Table 1: A risk register format for documenting the ReRA analysis for the procedure or procedure step shown in Figure 2. The RR for an SOP or larger procedure could be used for each step or set of combined steps. Ratings in the table are for illustration purposes only.

The SRS shown in Figure 2 is useful for examining each step for the factors that could influence the step’s performance. However, for many steps, one or more of the subsystems will have a high likelihood of success and therefore would not significantly impact the step’s SysLP.

To execute a detailed ReRA of a procedure, each step or logical combination of steps would be analyzed using the SRS shown in Figure 2 to produce an RR shown in Table 1. If the results of Table 1 are shown or summarized within the procedure, operators, especially operators executing the procedure for the first time, would be informed of the step’s risks.


  1. Witcher, M.F., Relational Risk Analysis For The Bio/Pharma Industry, BioProcess Online, January 29, 2024.

Appendix A: ReRA Probability Rating Scale1

The probability rating scale from ≥ 7 (essentially certain) to ≤ -7 (essentially impossible) shown on the right side of the table can be used to communicate the probabilities shown on the left.

Table A: The range of probabilities from essentially certain to essentially impossible for an event X’s probability of occurrence (LX) and a system’s probability of propagation SysLP. The rating scale LX^ and SysLP^ is also included. The ranges can be extended in either direction as needed. Since there is no certainty, the ratings for LX = 0 or 1 remain undefined.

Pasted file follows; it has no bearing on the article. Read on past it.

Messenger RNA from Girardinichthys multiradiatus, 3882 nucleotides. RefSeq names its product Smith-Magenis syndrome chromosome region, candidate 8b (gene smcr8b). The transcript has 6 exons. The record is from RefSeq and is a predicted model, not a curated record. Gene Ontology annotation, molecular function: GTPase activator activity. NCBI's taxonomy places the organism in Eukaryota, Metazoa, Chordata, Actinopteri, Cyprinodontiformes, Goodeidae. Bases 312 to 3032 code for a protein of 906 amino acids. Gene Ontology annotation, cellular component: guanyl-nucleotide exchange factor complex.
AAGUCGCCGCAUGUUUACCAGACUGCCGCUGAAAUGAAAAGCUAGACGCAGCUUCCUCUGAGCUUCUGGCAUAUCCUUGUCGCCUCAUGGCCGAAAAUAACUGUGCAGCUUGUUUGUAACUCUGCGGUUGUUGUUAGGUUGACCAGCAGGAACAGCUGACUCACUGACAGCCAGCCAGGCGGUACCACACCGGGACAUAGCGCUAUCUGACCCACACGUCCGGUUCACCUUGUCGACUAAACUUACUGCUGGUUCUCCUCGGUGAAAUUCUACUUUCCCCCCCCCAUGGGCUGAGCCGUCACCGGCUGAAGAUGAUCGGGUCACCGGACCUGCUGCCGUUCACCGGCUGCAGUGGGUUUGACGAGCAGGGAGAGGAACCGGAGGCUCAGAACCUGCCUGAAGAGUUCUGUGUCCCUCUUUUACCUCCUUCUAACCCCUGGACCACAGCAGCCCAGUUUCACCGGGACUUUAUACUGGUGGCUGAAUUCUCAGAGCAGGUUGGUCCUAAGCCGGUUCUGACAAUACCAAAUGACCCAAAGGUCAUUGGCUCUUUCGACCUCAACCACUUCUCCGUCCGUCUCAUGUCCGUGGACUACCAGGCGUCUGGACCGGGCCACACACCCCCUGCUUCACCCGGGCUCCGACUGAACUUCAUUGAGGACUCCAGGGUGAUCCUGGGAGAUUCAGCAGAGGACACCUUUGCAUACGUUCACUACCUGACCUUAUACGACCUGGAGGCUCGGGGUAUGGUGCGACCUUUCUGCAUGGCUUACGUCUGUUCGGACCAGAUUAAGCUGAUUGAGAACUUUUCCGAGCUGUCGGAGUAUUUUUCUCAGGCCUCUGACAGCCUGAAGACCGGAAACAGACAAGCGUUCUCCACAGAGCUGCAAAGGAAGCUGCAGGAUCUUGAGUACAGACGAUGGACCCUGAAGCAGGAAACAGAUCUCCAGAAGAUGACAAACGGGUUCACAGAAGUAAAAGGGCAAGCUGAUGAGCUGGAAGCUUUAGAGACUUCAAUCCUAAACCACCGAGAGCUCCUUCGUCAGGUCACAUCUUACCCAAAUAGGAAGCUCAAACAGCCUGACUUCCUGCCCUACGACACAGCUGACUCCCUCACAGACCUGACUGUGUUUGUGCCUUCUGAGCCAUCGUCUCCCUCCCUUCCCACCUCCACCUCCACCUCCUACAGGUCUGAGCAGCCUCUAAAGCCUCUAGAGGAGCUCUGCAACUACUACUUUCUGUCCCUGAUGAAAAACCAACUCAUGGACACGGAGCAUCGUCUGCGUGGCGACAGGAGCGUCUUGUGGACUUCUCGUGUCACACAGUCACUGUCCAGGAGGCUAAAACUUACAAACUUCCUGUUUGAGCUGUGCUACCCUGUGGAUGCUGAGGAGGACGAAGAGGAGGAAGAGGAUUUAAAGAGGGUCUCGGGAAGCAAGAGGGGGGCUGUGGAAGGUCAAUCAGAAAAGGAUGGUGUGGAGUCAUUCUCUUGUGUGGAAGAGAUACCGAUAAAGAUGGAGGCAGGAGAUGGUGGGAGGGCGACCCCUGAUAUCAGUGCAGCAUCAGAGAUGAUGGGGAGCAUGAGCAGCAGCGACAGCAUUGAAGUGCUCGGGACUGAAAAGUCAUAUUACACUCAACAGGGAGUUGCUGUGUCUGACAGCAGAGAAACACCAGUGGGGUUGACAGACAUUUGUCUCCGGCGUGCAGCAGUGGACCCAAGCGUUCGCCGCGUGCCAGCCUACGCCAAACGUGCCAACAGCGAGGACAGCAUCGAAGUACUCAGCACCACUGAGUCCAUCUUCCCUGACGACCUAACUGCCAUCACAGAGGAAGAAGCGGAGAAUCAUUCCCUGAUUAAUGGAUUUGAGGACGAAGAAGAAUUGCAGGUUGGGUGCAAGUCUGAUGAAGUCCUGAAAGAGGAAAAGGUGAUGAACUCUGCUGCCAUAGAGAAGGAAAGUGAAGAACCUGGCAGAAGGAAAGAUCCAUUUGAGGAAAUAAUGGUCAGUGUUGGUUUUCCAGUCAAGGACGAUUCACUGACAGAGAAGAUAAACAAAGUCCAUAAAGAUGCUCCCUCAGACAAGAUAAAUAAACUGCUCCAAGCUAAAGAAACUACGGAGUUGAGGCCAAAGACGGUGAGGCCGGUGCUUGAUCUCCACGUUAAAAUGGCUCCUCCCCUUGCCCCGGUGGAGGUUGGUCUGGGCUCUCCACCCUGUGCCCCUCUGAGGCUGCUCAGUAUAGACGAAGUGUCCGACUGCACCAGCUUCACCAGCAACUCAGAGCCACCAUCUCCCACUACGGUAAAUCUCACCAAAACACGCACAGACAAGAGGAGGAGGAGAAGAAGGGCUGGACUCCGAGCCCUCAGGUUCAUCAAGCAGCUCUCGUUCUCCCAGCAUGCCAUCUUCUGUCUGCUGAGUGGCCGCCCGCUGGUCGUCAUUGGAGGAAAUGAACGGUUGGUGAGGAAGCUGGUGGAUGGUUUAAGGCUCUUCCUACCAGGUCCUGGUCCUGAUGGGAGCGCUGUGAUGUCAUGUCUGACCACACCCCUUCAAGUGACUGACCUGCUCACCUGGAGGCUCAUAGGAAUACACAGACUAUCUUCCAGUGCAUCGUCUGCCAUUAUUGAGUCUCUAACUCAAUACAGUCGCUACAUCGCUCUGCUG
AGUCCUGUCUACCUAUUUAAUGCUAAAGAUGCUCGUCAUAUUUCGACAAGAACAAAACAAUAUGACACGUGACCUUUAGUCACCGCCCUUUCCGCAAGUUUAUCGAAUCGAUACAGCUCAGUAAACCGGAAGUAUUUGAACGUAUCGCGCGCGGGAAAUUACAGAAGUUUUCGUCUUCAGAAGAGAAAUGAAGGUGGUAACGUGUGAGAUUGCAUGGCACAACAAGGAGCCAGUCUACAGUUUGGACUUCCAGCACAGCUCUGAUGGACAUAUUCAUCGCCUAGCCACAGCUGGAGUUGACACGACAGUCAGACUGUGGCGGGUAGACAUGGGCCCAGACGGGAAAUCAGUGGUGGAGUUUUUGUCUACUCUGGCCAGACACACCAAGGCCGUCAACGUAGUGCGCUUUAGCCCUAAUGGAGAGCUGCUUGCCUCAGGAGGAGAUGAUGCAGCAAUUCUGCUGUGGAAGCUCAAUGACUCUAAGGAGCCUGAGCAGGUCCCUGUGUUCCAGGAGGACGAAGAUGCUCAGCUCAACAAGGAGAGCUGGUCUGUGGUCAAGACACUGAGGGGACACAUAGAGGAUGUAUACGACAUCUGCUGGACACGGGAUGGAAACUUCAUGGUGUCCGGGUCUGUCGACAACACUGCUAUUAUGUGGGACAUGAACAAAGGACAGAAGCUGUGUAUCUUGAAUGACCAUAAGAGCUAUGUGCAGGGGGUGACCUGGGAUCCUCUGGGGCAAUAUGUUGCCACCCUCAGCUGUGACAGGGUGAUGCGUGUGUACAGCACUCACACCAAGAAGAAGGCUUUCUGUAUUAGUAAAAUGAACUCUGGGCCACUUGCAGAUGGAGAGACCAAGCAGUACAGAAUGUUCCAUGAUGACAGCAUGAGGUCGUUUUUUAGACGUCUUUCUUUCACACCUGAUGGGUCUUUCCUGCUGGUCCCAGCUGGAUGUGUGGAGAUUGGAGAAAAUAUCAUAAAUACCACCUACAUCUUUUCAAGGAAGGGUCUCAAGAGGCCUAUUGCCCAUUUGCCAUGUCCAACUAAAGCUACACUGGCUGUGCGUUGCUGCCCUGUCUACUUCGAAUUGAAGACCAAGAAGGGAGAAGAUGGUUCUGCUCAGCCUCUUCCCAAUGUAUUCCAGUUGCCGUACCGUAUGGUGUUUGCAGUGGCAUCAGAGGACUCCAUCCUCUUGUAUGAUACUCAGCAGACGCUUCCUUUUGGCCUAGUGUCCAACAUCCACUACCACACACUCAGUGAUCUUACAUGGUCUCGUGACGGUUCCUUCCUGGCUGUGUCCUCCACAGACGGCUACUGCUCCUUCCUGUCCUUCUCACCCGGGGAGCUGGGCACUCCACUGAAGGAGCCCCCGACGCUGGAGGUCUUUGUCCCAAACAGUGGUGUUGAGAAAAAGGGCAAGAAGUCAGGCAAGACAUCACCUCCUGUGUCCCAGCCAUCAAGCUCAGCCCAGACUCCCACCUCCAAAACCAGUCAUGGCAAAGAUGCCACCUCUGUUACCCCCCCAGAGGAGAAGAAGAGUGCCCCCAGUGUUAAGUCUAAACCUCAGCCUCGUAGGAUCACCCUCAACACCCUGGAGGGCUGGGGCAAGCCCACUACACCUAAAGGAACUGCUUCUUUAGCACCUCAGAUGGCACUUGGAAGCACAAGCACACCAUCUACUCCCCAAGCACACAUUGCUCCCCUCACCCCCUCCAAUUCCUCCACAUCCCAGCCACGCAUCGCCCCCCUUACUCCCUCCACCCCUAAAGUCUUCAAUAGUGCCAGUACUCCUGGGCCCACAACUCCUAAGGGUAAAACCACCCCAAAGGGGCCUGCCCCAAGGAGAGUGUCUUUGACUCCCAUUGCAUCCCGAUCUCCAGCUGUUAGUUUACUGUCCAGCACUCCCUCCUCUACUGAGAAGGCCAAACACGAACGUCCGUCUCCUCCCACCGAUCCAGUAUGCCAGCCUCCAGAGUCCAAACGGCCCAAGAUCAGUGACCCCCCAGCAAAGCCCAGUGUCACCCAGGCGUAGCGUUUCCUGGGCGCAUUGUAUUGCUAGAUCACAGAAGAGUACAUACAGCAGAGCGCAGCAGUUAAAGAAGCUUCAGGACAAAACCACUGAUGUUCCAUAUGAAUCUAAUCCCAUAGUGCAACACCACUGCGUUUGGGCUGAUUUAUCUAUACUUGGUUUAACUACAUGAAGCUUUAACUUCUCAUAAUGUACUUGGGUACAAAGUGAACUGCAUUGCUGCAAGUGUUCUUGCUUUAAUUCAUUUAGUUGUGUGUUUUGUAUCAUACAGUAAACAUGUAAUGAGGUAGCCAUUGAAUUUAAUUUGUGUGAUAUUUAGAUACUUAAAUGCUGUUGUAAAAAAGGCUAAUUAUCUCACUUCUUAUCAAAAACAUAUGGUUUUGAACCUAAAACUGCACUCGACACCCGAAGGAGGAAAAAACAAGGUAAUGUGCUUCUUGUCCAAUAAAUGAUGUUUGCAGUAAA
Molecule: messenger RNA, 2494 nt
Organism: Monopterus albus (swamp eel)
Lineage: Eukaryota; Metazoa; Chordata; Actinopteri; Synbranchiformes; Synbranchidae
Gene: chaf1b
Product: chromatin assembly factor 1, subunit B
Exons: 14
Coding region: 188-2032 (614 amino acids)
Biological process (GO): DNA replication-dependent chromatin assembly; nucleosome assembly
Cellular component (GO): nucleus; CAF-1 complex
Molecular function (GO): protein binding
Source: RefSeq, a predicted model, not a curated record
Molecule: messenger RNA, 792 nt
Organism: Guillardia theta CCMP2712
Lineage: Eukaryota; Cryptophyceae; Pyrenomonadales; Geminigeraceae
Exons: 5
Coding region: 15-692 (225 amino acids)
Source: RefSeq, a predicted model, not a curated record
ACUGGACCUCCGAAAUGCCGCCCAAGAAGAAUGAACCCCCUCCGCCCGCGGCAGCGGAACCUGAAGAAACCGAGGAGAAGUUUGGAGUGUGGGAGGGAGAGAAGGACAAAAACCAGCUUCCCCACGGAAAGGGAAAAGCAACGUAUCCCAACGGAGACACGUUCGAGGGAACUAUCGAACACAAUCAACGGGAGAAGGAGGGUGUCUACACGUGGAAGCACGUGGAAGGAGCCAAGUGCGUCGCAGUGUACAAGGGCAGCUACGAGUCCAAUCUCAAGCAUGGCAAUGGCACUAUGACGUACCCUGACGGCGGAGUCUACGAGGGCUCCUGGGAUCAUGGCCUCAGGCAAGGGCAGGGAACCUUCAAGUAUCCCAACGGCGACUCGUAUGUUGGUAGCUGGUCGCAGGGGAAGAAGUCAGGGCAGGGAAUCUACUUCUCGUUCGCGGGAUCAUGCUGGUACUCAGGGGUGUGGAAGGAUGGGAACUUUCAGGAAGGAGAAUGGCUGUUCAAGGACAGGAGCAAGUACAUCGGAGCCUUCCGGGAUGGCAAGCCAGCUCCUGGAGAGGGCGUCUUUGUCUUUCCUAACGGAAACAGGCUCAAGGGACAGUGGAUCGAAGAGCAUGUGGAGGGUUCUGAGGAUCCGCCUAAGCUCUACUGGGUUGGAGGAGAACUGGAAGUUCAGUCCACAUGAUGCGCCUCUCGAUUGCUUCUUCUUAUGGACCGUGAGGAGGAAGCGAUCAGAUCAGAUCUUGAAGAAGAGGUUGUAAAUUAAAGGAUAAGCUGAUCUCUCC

The LX^ rating scale is symmetric around 50% with positive ratings for probabilities > 50% and negative values for probabilities < 50%. The probabilistic relationship LX + ¬LX = 1 has a corresponding relationship LX^ + ¬LX^ = 0, resulting in ¬LX^ = – LX^ for translating likelihood ratings between failures and success and vice versa.

Appendix B: Managing Secondary Factors (Threats & Opportunities)

Identifying, analyzing, understanding, and managing secondary factors as threats and opportunities to primary systems are parts of any risk analysis, especially for controlling human errors. As shown in Figure B1, humans are subjected to a wide variety of secondary factors that may greatly increase the likelihood of failing to properly execute a procedure step. On the other hand, actively controlling these events can improve the operator’s ability to execute the procedure.

Figure B1 – Summary of Human Factors that can adversely impact a risk system’s likelihood of producing the primary effect event. Figure is adapted from Jinwoo Kim’s presentation, “Human Factor Control Strategy for Aseptic Manufacturing,” presented at PDA’s 2023 Aseptic Processing Conference.